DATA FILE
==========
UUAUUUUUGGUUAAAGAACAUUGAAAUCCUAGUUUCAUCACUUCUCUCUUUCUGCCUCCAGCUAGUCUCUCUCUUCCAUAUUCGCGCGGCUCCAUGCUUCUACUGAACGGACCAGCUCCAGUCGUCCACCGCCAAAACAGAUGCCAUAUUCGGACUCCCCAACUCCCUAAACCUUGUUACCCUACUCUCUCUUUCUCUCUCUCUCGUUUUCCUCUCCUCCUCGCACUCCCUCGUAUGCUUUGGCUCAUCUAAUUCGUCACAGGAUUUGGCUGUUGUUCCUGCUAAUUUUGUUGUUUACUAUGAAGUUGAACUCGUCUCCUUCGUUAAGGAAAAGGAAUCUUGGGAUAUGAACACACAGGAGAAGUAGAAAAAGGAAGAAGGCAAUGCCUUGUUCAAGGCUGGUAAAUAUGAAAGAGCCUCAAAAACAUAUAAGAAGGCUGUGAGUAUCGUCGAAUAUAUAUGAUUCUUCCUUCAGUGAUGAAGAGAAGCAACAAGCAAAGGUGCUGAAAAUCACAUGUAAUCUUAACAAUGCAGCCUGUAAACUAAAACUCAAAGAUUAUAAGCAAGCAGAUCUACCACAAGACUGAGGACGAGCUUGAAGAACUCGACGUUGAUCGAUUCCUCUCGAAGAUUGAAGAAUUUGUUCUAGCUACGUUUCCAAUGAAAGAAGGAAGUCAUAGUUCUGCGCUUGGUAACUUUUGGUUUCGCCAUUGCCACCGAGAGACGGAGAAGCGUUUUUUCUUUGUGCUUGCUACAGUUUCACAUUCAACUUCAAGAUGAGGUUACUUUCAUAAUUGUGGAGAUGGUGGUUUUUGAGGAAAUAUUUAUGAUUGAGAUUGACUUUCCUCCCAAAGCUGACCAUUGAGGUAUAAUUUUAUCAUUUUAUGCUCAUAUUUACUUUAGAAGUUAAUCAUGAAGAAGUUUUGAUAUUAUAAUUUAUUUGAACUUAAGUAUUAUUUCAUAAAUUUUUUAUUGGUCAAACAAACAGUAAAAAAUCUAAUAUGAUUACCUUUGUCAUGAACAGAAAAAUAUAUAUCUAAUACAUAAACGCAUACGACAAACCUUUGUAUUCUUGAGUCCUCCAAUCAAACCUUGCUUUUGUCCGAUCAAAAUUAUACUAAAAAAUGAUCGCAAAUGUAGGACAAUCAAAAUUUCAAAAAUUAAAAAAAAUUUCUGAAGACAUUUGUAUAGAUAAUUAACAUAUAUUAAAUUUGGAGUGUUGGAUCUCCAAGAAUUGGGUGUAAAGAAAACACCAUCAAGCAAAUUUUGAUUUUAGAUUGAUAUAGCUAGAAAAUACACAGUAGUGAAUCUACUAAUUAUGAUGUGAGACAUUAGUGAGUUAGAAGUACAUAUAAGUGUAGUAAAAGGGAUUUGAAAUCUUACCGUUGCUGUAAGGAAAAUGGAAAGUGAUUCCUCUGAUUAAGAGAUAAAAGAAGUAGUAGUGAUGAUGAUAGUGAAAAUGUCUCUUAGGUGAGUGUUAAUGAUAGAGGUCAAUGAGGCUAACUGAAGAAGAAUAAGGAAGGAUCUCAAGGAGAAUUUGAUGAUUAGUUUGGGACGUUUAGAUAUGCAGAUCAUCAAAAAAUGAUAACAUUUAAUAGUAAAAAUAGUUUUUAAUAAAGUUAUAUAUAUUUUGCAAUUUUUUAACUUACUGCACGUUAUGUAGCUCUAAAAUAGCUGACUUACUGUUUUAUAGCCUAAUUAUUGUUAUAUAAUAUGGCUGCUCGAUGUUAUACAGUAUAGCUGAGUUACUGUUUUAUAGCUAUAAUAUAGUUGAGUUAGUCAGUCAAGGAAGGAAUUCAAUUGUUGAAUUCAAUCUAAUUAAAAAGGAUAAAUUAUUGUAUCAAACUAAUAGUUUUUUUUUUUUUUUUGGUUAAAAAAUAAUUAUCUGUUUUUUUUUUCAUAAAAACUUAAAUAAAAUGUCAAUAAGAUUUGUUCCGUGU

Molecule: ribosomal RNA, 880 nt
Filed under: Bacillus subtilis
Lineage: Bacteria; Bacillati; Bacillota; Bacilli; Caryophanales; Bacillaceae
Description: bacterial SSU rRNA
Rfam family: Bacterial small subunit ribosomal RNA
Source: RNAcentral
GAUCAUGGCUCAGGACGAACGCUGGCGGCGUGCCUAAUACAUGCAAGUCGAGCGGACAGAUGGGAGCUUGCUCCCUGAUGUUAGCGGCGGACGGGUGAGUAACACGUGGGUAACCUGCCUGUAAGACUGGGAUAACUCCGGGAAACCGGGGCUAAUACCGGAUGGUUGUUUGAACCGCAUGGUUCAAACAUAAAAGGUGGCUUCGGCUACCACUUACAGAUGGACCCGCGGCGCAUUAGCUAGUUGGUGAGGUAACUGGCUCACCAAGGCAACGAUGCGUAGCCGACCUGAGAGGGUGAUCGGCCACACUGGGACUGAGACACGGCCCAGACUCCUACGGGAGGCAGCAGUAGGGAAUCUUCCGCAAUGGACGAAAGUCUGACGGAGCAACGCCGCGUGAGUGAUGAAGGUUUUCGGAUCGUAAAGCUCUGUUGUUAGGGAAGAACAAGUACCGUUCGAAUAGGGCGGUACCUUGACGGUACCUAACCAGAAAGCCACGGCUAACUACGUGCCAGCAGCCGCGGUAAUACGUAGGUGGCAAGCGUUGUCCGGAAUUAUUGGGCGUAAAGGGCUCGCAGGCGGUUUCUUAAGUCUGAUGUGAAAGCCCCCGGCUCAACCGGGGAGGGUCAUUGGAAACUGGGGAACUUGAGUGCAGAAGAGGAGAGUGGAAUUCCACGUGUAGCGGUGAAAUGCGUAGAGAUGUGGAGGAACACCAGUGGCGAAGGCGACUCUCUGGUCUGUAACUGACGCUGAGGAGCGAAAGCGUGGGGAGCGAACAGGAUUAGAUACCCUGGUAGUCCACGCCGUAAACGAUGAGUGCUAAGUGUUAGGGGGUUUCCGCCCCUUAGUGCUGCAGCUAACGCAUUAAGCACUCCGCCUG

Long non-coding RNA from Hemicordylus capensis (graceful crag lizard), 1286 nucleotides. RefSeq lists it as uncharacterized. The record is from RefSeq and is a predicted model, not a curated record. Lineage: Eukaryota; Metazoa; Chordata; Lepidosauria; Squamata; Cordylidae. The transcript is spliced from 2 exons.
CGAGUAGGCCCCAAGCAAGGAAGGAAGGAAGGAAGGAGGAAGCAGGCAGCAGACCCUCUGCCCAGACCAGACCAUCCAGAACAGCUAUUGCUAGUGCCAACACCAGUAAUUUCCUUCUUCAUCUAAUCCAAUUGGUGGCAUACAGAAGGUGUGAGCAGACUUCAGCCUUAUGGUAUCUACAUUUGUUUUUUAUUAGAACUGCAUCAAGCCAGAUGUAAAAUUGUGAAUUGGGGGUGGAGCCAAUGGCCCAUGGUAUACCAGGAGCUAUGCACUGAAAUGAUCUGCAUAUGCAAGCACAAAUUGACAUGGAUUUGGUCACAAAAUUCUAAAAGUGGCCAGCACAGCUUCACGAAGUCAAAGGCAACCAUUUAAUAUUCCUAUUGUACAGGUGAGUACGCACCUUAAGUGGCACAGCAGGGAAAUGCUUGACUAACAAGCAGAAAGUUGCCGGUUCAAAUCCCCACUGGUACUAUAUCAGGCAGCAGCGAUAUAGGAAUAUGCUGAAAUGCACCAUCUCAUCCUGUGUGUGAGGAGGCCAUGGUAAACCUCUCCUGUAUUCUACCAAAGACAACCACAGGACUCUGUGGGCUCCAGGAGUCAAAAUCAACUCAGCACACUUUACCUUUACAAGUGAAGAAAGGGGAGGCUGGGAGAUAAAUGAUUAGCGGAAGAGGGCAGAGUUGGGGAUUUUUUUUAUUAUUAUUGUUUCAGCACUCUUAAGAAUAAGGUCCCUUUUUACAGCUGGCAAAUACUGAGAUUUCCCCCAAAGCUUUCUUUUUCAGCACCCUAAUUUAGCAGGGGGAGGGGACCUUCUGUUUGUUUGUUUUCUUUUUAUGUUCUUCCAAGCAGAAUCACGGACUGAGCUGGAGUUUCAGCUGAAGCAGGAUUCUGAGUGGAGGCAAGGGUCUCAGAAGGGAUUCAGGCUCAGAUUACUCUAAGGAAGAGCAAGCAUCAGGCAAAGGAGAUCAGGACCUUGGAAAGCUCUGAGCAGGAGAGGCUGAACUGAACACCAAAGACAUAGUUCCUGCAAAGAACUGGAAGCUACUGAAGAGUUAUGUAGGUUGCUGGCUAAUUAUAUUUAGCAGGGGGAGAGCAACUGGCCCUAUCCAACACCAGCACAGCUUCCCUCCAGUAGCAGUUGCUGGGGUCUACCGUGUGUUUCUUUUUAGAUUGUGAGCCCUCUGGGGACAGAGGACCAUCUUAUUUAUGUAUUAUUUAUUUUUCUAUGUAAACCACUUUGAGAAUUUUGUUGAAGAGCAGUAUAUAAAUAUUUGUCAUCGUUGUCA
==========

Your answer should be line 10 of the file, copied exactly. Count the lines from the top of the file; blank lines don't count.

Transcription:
CGAGUAGGCCCCAAGCAAGGAAGGAAGGAAGGAAGGAGGAAGCAGGCAGCAGACCCUCUGCCCAGACCAGACCAUCCAGAACAGCUAUUGCUAGUGCCAACACCAGUAAUUUCCUUCUUCAUCUAAUCCAAUUGGUGGCAUACAGAAGGUGUGAGCAGACUUCAGCCUUAUGGUAUCUACAUUUGUUUUUUAUUAGAACUGCAUCAAGCCAGAUGUAAAAUUGUGAAUUGGGGGUGGAGCCAAUGGCCCAUGGUAUACCAGGAGCUAUGCACUGAAAUGAUCUGCAUAUGCAAGCACAAAUUGACAUGGAUUUGGUCACAAAAUUCUAAAAGUGGCCAGCACAGCUUCACGAAGUCAAAGGCAACCAUUUAAUAUUCCUAUUGUACAGGUGAGUACGCACCUUAAGUGGCACAGCAGGGAAAUGCUUGACUAACAAGCAGAAAGUUGCCGGUUCAAAUCCCCACUGGUACUAUAUCAGGCAGCAGCGAUAUAGGAAUAUGCUGAAAUGCACCAUCUCAUCCUGUGUGUGAGGAGGCCAUGGUAAACCUCUCCUGUAUUCUACCAAAGACAACCACAGGACUCUGUGGGCUCCAGGAGUCAAAAUCAACUCAGCACACUUUACCUUUACAAGUGAAGAAAGGGGAGGCUGGGAGAUAAAUGAUUAGCGGAAGAGGGCAGAGUUGGGGAUUUUUUUUAUUAUUAUUGUUUCAGCACUCUUAAGAAUAAGGUCCCUUUUUACAGCUGGCAAAUACUGAGAUUUCCCCCAAAGCUUUCUUUUUCAGCACCCUAAUUUAGCAGGGGGAGGGGACCUUCUGUUUGUUUGUUUUCUUUUUAUGUUCUUCCAAGCAGAAUCACGGACUGAGCUGGAGUUUCAGCUGAAGCAGGAUUCUGAGUGGAGGCAAGGGUCUCAGAAGGGAUUCAGGCUCAGAUUACUCUAAGGAAGAGCAAGCAUCAGGCAAAGGAGAUCAGGACCUUGGAAAGCUCUGAGCAGGAGAGGCUGAACUGAACACCAAAGACAUAGUUCCUGCAAAGAACUGGAAGCUACUGAAGAGUUAUGUAGGUUGCUGGCUAAUUAUAUUUAGCAGGGGGAGAGCAACUGGCCCUAUCCAACACCAGCACAGCUUCCCUCCAGUAGCAGUUGCUGGGGUCUACCGUGUGUUUCUUUUUAGAUUGUGAGCCCUCUGGGGACAGAGGACCAUCUUAUUUAUGUAUUAUUUAUUUUUCUAUGUAAACCACUUUGAGAAUUUUGUUGAAGAGCAGUAUAUAAAUAUUUGUCAUCGUUGUCA